As an orthopedic surgeon who specializes in sports medicine, one of the most frequent things I have to ascertain is whether or not people need to have surgery to take care of their knee pain.
This week I tackle the topic, with some general advice on whether you should go to see a doc for you knee pain or stick with non-surgical routes. (Keeping in mind that speaking with a doctor is always a good way to go if you are in any doubt.)
Hope it helps!
Additional Articles from Dr. Bill Sterett
Nobody wants to have their quality of life diminished by pain. Luckily, there are a few things you can do to help stop knee pain without having to undergo surgery. I'll outline a few here today!
When we talk about the AC Joint Separation, we are referring to a “shoulder separation”. Most often, we see this injury in football and other contact sports.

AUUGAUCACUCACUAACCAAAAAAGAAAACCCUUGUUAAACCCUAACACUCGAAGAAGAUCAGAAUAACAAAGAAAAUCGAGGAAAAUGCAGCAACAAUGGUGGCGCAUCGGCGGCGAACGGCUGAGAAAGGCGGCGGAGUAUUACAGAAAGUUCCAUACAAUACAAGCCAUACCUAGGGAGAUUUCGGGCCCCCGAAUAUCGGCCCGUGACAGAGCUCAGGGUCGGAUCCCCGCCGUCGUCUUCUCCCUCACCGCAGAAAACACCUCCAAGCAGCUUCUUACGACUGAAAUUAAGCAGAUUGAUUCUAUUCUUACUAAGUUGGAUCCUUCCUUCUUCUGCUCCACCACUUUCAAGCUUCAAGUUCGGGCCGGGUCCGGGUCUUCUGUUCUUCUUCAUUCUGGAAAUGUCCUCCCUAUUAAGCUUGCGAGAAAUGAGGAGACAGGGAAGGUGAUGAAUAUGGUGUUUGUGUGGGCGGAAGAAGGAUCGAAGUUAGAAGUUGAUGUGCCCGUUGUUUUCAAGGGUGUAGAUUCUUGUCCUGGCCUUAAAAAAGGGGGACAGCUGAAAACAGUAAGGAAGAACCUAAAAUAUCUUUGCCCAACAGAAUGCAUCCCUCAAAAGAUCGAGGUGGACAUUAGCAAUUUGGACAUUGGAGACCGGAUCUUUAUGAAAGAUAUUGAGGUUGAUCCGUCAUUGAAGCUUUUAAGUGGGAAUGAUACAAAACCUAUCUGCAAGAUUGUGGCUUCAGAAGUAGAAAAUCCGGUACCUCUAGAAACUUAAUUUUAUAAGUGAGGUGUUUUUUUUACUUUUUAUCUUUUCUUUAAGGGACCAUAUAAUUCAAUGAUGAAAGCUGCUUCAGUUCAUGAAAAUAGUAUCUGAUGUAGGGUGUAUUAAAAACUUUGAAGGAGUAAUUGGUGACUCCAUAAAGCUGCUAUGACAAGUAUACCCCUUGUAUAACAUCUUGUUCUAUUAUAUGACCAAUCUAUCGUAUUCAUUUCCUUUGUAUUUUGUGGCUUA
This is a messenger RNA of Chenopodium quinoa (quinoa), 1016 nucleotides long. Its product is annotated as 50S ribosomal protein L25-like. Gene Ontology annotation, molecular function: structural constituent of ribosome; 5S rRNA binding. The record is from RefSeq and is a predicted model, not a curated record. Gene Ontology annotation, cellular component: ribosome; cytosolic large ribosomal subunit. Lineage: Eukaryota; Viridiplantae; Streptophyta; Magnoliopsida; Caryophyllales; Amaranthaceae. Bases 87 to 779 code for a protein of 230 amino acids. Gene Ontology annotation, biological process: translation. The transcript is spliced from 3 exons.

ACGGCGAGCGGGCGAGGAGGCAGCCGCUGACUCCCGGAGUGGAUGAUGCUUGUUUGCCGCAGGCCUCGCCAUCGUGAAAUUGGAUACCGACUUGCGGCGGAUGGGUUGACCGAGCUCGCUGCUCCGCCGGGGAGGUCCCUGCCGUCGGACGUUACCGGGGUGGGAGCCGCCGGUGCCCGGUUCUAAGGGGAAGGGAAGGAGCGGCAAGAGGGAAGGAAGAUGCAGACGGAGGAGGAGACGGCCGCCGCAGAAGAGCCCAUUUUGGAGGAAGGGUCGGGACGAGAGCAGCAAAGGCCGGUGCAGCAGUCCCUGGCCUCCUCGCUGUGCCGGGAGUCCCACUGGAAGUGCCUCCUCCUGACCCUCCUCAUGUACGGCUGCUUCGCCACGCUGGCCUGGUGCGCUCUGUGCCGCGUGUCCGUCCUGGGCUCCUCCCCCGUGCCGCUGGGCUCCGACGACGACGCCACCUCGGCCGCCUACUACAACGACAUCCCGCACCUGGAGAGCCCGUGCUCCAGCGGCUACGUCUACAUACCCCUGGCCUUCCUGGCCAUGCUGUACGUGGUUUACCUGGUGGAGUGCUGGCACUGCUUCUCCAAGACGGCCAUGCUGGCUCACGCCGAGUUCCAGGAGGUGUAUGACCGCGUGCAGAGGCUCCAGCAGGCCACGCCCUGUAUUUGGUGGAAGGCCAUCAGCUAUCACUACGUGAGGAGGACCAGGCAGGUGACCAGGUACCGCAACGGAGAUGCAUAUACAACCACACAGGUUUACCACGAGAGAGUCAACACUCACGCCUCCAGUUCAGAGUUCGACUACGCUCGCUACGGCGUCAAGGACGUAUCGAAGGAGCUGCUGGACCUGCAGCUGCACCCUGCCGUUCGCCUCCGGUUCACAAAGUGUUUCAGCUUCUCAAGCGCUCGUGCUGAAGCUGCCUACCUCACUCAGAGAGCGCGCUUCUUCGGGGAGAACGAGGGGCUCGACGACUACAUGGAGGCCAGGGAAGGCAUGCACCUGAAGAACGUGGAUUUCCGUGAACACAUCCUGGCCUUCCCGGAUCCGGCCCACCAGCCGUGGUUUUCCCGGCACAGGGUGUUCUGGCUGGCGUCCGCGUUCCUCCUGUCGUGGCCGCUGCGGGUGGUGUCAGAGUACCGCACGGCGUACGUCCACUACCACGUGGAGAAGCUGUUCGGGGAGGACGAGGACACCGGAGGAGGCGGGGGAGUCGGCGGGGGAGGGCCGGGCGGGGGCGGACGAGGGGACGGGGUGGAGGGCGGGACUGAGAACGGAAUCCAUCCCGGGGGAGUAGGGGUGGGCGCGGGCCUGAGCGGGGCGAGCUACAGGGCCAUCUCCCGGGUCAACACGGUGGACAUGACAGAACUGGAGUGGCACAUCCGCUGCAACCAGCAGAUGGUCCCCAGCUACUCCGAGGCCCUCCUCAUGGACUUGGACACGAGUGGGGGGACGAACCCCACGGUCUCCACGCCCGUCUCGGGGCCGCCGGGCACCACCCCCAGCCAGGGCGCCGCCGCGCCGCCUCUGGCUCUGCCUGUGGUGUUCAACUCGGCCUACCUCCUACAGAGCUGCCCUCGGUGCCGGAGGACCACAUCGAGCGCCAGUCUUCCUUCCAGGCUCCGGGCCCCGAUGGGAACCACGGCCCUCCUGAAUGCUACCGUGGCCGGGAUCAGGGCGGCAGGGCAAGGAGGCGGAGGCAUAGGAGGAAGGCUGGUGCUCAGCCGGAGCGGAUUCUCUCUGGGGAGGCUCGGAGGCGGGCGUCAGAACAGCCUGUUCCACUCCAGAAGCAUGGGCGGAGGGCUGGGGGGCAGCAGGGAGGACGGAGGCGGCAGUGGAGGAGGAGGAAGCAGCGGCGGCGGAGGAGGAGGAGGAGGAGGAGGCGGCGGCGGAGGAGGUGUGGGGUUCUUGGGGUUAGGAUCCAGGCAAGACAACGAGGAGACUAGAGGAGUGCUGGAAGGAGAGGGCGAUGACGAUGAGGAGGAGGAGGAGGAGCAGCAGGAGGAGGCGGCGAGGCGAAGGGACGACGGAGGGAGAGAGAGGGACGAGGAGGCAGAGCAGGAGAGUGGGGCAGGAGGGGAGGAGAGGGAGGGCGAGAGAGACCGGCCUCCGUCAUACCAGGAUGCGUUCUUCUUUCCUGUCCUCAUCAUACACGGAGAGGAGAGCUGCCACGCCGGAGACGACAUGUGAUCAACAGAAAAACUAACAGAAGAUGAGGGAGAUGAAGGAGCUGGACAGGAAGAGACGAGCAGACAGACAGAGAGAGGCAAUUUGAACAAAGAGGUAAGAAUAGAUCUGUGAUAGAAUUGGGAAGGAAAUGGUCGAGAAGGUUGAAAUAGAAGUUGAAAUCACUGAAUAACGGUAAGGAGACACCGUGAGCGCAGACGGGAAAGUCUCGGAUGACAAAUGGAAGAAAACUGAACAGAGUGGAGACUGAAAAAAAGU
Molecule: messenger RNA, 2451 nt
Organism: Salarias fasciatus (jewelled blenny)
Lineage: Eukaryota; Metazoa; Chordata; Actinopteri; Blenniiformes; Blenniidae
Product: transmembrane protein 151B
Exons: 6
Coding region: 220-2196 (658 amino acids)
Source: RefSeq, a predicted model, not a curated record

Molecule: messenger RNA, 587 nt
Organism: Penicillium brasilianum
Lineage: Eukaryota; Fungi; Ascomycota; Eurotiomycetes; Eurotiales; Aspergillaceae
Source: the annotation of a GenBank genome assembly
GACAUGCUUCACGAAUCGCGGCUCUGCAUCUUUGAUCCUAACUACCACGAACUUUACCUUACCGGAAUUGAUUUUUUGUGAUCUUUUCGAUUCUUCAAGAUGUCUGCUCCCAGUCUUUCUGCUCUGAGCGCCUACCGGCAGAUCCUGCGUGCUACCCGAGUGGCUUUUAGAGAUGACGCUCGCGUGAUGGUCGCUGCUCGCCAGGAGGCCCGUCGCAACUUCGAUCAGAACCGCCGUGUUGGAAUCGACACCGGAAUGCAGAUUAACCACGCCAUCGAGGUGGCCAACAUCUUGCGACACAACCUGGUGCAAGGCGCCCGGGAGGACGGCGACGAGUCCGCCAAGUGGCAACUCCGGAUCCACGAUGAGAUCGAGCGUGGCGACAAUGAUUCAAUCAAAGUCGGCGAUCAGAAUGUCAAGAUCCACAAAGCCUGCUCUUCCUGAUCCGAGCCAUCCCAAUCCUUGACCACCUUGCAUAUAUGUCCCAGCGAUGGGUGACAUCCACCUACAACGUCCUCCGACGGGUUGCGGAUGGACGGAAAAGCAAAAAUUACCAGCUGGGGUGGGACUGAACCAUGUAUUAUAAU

For our world-class skiers, knee injuries are almost expected. Why is this? In the following videos, Dr. Sterett explains some of the reasons.
Dr. Sterett is proud to support the Colorado Ski Hall of Fame, which includes many of his friends and colleagues
For the first time in a long time, I'm ready to enjoy the Olympics as a spectator rather than a participant.
More and more athletes are opting to use the quad tendon for their graft of choice in reconstructing the ACL.
The knee is our most complex joint and the primary method of supporting our weight. It is is prone to many different types of injuries. Hence, there are several different types of knee surgeries. Here are some of the more common ones.
Medial meniscus tears impact the "cushion cartilage" of the knee. With damage to the medial meniscus, we face an increased risk of osteoarthritis.
Some recent data has shown that athletes coming back from ACL injuries can not only return to their pre-injury level but often exceed where they had been. It's truly a new era for ACL tear recovery.